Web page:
It is easier to talk faith with a pagan than with the average postmodern American neighbor with a grill, two cars, and a low-interest mortgage. Many Americans hesitate to talk about religion, but pagans understand there is a spiritual world and seek to engage with it. So pagans talk about faith.
The Peyote cult is pagan, engaging the spiritual world through hallucinogenic experiences brought on by ingesting peyote cactus. In the practice, dark spirits show practitioners visions through rocks glowing bright as TV screens, bring Peyote practitioners high above the earth to see people and things they could not see before, and bring others to the Peyote practitioner for advice and understanding. The practitioner then speaks deeply into those people’s lives and is highly respected in the community.
Jon is a Peyote practitioner. That is why he is respected among his people as a spiritual person. Neighbors come to Jon for direction, advice, and prayer.
But Jon has been afflicted with a heart condition requiring a transplant, and for that condition he spent a long season in a Presbyterian hospital. There the Holy Spirit brought Christian chaplains, doctors, and nurses into Jon’s life, speaking wisdom, giving him understanding, and praying for him.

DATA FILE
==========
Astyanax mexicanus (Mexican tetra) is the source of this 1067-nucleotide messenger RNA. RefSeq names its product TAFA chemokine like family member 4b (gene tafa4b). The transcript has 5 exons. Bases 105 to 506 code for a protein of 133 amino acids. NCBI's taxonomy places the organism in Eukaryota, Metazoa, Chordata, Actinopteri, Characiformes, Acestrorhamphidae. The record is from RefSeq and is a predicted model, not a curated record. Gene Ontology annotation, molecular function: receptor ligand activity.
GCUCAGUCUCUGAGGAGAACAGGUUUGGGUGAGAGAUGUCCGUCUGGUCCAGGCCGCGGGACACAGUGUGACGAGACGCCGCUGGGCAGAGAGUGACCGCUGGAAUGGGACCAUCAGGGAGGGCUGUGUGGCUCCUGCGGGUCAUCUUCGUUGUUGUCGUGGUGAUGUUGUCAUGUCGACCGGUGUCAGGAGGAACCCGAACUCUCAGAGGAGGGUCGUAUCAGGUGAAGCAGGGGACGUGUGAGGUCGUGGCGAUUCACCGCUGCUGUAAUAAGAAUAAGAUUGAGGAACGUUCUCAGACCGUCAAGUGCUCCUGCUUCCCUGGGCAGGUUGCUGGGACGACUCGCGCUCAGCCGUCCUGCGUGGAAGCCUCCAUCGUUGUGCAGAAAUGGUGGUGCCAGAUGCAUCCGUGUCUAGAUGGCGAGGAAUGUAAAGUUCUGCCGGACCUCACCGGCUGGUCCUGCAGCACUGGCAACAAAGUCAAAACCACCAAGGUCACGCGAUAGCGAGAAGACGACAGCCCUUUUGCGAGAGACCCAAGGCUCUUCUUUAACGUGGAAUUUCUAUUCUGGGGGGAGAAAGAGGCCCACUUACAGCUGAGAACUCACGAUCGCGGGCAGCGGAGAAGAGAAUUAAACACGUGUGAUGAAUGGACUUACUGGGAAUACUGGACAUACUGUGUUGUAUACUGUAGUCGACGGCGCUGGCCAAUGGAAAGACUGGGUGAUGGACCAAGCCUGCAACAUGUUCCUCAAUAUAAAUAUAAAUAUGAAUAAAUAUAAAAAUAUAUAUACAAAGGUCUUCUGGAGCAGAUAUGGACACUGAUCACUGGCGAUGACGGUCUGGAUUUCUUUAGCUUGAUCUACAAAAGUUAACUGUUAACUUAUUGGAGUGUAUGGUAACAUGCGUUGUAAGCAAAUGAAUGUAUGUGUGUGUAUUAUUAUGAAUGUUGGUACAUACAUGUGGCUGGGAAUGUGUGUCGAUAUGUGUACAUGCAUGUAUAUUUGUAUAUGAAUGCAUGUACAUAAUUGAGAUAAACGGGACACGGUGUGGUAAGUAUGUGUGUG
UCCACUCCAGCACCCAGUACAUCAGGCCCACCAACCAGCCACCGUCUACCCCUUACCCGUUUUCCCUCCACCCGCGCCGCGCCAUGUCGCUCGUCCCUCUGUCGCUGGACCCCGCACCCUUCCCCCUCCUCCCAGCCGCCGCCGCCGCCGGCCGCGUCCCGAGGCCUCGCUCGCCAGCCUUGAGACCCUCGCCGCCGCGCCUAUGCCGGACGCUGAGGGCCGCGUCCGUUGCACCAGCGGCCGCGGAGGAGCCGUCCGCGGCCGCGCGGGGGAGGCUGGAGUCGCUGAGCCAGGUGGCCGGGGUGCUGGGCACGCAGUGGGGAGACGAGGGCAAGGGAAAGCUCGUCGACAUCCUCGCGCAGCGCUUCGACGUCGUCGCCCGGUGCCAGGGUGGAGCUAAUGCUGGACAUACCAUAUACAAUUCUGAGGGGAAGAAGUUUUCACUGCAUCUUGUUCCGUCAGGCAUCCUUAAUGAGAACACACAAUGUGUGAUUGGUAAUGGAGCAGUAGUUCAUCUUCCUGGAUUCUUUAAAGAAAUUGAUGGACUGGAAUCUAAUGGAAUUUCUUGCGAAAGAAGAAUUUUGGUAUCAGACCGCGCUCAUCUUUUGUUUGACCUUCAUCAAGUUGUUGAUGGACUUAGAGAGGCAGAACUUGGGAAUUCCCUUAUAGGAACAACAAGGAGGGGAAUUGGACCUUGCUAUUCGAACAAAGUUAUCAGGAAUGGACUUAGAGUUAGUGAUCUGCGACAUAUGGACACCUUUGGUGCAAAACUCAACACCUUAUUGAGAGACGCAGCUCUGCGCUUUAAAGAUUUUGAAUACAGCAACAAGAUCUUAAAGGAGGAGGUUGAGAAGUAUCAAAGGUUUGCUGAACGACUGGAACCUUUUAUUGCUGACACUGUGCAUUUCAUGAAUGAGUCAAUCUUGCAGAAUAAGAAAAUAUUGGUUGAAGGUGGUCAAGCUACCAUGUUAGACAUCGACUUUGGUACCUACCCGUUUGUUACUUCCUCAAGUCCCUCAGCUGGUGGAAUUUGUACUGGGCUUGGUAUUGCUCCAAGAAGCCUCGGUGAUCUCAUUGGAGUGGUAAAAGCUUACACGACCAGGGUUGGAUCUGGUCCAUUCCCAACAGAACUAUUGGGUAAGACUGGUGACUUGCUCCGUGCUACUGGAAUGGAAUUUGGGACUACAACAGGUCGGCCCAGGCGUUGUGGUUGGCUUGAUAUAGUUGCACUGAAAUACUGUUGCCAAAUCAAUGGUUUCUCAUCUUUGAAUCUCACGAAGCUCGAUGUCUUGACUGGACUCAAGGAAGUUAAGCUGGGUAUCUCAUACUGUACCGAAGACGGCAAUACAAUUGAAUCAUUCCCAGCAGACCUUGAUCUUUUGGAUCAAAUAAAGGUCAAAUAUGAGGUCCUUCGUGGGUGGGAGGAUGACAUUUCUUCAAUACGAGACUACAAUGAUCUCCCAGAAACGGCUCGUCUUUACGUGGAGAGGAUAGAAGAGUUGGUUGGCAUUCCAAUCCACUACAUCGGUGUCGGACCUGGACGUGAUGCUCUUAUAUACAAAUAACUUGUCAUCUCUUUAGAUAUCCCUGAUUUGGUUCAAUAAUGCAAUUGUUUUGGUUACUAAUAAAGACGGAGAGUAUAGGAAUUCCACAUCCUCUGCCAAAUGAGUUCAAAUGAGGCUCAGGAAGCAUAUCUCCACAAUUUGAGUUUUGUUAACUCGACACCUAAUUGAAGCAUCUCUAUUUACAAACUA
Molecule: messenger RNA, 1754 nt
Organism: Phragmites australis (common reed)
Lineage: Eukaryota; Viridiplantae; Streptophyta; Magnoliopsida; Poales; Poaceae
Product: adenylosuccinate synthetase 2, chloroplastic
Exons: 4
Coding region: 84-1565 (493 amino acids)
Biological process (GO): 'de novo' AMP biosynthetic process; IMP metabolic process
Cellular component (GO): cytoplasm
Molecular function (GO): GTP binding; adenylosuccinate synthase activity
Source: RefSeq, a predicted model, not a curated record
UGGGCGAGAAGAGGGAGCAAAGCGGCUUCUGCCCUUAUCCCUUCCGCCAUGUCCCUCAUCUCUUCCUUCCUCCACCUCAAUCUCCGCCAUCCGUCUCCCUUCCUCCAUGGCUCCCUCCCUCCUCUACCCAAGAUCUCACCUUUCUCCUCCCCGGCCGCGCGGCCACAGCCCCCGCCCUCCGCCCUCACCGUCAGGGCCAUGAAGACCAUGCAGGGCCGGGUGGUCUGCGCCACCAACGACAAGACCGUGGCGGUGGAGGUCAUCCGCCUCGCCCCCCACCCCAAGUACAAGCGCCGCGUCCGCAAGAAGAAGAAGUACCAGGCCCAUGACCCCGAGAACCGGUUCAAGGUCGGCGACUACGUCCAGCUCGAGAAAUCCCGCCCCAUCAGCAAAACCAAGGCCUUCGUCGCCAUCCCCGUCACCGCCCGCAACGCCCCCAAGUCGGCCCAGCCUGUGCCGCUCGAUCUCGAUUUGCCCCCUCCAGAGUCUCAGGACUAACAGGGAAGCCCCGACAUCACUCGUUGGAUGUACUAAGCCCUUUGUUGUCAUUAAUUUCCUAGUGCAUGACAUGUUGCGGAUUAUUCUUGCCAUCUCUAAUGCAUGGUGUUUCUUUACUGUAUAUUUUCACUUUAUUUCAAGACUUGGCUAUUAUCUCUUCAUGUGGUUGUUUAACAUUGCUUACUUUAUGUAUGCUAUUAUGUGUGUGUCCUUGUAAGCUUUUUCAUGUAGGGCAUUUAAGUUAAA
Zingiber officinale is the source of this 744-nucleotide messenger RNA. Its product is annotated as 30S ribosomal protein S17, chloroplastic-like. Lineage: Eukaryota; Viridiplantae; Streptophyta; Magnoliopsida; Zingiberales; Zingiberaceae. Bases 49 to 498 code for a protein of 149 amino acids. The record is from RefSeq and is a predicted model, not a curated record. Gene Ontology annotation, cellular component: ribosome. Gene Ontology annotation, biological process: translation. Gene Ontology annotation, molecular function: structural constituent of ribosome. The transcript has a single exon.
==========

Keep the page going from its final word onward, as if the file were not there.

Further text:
The Holy Spirit helped Jon, a pagan practitioner of the Peyote cult, to see the spirituality of the Christian church.
The Holy Spirit introduced Jon to me, Pastor Evelyn Bennally of Sanostee Christian Reformed Church, and allowed him to recognize Sanostee CRC as a spiritually alive place. Jon began to engage me in regular spiritual conversation.
“Pastor, tell me about prayer.” When Jon’s neighbors come to him for prayer, Jon practices what I explain. He learns how to pray.
“Pastor, was it really God who cared for me through this heart transplant?” Jon listens as I tell him about God, and he learns how to better care for those who come to him.
“Pastor, is it OK for a Native American to take the white man’s healing and be part of this white man’s religion?” I tell him about the Holy Spirit, the good Spirit, the one who loves and cares deeply for children of God. Jon nods his head.
I tell him about God the Father, who created Jon and who knows Jon by name, and about Jesus Christ, God’s son who heals and saves. Again Jon nods his head.
I tell him, “Jon, you nod your head, but Romans 10 tells us to put faith into words and we will be saved.” Jon smiles, perhaps not yet willing to put into words what his heart may be telling him. But still he nods his head.
Jon recently returned to the hospital with complications, and his prognosis is unclear. In his need, he does not call his old friends, nor traditional family members, nor the Peyote medicine man. Jon calls me, asking me to visit him in the hospital. And in that hospital I ask him, “Jon, may I pray for you?” Jon nods his head, and I pray that Jesus would heal him.
“Jon, do you know that it is Jesus who can heal you?” Jon nods his head.
“Jon, do you believe in Jesus as your Lord and Savior?” Jon nods his head.
Then Jon, a community-respected practitioner of the pagan Peyote cult, turns to me and says, “Pastor, when you are here, I feel that Jesus is here too.” With that Jon begins—just begins—to put some kind of faith into words as he is wheeled away to surgery.